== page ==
Michael Curry is primarily known as a puppet designer, but his work goes far beyond what we typically considered to be puppets. The hyenas and warthogs he created for The Lion King on Broadway have spawned a new generation of high-tech creature costumes that merge puppets and performers. Some delightful examples of these can be seen in , which opened in February at the MGM Grand as Cirque du Soleil's fourth permanent show in Las Vegas. Curry created 13 creatures for the show, ranging from crabs cavorting on a beach and a showy starfish to a slow-moving turtle, a slithering snake, and a two-headed creepy crawler. “These are living, breathing creatures that help tell the story,” says Curry. “The costumes extend the scale of the performers, often with just symbols of a creature.”

Each of these characters has its own personality: the turtle is wise and maternal, and its movement represents new discoveries in how the human body can move. Ditto for the crabs, who breathe artificially through tubes while buried in the sand waiting for their cues to pop out. The actors playing the crabs must be total contortionists as they are performing in a crab-walk, or upside down in a backbend as they scurry across the stage. “I wouldn't give the performers anything I couldn't do, except the crabs,” says Curry.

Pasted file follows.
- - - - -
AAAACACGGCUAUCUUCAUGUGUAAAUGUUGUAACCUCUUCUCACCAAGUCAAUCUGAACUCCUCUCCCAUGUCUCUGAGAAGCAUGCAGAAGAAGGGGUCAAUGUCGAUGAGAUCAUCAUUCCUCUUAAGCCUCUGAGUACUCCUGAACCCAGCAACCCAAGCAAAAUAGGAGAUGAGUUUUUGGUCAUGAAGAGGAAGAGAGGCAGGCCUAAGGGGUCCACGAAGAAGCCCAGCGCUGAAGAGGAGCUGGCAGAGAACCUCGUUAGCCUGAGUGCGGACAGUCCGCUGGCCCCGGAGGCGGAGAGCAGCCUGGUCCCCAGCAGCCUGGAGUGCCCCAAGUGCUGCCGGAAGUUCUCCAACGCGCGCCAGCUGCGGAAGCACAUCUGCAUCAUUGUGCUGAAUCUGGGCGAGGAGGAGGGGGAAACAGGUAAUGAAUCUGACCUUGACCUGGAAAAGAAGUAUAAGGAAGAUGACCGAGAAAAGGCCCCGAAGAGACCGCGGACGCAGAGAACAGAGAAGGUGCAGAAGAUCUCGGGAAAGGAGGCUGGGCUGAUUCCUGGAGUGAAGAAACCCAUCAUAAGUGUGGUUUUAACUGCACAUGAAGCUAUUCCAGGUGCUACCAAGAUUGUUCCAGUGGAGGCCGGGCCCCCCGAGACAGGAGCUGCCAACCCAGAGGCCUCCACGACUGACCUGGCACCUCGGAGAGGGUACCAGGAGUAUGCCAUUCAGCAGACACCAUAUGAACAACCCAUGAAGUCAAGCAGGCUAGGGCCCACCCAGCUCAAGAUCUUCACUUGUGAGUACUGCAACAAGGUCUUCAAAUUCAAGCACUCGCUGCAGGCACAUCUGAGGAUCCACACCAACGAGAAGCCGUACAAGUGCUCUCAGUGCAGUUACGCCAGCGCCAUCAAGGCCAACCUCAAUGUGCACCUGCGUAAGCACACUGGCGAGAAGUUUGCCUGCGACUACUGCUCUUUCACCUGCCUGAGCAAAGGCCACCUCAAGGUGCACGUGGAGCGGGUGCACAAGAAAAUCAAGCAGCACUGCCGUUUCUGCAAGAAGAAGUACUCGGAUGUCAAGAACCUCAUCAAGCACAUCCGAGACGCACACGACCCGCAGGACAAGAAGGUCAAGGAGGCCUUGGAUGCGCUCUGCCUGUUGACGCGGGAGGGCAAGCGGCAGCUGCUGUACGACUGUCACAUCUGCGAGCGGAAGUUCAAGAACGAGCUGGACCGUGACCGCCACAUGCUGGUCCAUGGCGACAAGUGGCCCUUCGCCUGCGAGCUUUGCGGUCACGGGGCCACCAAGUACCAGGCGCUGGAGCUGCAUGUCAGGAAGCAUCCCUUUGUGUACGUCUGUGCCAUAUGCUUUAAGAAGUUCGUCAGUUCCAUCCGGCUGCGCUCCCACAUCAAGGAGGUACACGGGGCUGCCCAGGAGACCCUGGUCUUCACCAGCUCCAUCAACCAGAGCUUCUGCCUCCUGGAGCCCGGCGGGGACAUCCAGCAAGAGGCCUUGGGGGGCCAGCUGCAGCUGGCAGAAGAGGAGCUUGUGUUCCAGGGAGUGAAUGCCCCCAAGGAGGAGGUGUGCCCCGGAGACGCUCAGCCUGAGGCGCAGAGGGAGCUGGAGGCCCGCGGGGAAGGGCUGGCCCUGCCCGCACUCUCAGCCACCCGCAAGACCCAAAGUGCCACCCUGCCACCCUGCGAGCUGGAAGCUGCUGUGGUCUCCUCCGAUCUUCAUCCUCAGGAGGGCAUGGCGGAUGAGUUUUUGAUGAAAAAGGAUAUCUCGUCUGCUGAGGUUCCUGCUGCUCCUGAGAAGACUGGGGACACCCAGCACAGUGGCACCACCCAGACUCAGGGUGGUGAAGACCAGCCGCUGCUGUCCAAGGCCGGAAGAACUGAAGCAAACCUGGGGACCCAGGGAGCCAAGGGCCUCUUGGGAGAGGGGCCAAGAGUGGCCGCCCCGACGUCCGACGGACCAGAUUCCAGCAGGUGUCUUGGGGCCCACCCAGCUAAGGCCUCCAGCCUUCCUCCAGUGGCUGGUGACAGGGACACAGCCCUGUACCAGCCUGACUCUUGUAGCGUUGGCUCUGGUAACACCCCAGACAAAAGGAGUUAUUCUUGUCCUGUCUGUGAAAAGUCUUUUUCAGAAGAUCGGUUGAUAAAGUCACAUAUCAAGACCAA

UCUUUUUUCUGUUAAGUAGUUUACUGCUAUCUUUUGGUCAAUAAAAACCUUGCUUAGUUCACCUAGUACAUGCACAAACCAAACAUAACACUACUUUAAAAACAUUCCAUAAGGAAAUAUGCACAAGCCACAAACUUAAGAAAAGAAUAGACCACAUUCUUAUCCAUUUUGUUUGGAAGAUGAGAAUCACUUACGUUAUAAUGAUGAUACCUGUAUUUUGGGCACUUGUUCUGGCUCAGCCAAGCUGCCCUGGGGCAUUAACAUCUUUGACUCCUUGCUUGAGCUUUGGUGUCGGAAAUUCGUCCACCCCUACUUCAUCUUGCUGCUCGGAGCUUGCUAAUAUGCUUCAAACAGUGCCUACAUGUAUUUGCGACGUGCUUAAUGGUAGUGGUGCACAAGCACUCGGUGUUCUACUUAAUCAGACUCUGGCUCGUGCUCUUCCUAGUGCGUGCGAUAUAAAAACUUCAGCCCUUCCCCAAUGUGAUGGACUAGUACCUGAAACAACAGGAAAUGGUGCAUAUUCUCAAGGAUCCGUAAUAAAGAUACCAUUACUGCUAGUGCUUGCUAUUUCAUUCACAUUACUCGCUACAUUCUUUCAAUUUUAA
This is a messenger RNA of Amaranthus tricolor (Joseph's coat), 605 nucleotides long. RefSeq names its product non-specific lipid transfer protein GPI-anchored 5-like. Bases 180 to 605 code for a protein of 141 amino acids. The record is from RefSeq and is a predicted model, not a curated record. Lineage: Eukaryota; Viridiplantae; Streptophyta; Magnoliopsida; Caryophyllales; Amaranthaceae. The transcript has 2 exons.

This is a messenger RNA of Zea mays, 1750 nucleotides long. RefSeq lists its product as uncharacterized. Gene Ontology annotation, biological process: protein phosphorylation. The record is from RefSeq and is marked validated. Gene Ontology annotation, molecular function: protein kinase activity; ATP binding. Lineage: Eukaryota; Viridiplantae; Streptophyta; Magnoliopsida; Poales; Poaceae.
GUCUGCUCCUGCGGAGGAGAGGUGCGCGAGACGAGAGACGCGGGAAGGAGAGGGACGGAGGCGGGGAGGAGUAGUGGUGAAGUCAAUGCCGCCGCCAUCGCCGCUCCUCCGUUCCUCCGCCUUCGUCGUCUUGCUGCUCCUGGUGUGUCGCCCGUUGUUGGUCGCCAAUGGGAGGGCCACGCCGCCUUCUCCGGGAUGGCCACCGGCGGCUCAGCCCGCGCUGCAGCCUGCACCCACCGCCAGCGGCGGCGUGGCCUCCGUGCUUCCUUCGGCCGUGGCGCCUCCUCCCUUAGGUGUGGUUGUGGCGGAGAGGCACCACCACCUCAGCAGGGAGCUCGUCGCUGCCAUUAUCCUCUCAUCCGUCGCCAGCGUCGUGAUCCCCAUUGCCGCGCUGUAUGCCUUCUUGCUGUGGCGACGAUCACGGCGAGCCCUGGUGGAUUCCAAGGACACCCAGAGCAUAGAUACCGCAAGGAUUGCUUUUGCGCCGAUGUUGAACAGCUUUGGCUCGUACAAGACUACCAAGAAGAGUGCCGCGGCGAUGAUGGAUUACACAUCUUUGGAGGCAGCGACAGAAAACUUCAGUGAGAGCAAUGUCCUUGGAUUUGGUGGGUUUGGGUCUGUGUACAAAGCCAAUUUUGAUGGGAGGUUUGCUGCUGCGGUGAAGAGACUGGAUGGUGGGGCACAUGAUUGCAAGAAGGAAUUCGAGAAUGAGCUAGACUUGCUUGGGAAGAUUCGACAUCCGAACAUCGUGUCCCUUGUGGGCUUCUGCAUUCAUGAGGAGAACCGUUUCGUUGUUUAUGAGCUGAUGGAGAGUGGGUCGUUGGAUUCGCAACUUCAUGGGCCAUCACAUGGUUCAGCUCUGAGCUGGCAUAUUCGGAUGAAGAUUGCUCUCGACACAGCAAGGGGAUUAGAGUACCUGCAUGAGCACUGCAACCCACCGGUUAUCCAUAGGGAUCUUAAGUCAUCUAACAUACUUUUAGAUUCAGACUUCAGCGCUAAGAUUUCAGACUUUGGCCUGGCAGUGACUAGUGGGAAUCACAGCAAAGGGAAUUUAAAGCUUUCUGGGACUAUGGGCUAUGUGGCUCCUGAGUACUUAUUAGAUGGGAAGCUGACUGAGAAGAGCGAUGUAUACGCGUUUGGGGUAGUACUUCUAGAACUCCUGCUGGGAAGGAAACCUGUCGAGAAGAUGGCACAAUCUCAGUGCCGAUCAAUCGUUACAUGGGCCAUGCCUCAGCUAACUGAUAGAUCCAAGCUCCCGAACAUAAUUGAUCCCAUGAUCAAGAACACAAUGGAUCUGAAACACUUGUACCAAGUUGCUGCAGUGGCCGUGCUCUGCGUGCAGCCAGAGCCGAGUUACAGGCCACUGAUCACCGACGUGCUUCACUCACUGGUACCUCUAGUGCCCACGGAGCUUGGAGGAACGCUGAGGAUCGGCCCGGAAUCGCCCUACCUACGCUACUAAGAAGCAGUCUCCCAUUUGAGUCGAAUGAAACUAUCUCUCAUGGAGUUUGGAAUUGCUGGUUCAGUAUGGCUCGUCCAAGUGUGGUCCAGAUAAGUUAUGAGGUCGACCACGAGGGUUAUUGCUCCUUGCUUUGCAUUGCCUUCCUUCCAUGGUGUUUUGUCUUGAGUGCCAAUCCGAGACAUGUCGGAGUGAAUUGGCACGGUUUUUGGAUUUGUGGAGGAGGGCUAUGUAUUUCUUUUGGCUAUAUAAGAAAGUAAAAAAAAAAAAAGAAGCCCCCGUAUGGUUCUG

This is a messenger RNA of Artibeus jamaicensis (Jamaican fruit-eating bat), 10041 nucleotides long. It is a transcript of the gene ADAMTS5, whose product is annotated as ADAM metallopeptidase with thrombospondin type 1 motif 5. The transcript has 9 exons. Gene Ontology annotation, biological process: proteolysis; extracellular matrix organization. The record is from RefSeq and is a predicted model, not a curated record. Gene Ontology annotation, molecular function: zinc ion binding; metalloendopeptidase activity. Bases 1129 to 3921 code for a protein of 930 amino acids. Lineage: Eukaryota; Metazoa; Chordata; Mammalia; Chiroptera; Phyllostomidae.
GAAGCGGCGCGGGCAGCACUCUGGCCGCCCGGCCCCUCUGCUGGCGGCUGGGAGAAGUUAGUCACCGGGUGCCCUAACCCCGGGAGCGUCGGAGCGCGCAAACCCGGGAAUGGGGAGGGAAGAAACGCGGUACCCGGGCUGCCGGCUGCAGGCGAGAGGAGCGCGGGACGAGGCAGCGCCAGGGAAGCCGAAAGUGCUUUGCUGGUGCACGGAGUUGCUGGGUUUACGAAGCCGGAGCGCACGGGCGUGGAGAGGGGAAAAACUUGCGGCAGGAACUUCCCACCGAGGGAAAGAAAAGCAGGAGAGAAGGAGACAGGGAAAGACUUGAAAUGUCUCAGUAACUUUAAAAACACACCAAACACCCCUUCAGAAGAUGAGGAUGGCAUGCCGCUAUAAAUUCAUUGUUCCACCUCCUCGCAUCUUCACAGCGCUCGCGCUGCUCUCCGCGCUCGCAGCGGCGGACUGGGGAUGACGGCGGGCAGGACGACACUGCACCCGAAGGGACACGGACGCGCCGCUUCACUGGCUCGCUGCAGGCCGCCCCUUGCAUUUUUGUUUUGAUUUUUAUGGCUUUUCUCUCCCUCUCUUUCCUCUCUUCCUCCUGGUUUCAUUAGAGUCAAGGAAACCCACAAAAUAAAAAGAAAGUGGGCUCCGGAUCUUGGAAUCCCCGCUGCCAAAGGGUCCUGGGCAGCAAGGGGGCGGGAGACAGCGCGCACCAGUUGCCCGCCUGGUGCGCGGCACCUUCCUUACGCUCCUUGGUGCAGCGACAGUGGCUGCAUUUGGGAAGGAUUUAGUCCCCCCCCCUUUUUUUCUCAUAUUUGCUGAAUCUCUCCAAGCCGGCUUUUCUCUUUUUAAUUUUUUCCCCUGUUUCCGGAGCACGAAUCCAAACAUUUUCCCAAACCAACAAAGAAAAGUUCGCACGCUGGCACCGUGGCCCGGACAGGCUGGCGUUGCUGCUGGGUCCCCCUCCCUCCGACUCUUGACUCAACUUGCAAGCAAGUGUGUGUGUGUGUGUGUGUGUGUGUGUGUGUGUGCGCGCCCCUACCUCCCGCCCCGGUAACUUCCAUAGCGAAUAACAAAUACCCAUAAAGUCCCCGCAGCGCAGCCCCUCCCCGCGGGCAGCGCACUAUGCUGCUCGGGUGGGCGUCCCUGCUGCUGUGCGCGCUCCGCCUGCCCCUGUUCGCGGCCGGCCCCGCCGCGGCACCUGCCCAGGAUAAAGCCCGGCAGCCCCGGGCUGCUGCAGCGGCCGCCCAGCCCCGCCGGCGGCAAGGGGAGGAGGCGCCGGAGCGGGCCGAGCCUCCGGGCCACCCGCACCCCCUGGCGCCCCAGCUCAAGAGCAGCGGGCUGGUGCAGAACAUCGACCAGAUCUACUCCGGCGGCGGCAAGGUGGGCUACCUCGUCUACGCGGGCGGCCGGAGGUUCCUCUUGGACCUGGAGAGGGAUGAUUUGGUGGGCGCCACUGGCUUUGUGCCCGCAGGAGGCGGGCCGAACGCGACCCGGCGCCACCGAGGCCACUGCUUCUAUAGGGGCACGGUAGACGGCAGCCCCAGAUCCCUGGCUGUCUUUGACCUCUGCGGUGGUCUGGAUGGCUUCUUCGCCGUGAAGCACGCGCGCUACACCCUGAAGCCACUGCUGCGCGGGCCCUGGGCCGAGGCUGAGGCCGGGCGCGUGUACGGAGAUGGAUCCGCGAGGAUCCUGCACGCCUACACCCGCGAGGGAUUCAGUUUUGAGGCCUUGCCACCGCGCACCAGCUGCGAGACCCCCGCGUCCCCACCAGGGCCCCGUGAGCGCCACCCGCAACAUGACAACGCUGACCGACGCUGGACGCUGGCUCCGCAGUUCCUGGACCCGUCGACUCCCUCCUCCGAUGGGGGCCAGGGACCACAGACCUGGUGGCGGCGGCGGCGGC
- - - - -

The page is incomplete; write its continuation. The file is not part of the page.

“The costumes are lightweight yet durable. There is never more than 35lbs. on a body, or 25lbs. on a head,” says Curry, who is interested in the boundaries of kinetic movement. He also points out that the costumes are user-friendly, making a connection between the “puppets” and the actors' bodies. “The pieces are not anatomically correct,” Curry explains. The snake, which appears in a colorful forest scene, is one performer in an 80' body that spirals down an extremely tall tree. “This is a dangerous looking creature, with beautiful, graceful movement,” says Curry. “It is an engineering feat in terms of the rigging. You have to be an engineer and an artist at the same time.”

The creatures represent over seven months and over 100,00 hours of labor for Curry and his staff at Michael Curry Design, Inc. in Oregon. The crabs alone represent 1,270 hours of labor for each costume. There are many fittings and alterations made so that the performers are comfortable as their creature counterparts, yet there are adjustments that can be made to the interior of most of the costumes so that they can fit more than one actor in case of injury or new cast members.

The frames for many of Curry's creatures are made from state-of-the-art materials such as carbon fiber and Kevlar, proof that these are not your ordinary puppets, but truly feats of structural engineering with which Curry is pushing the envelope of puppetry and human movement. “It was an incredible opportunity to work with Cirque du Soleil,” says Curry. “Clients like this help make your dreams come true.”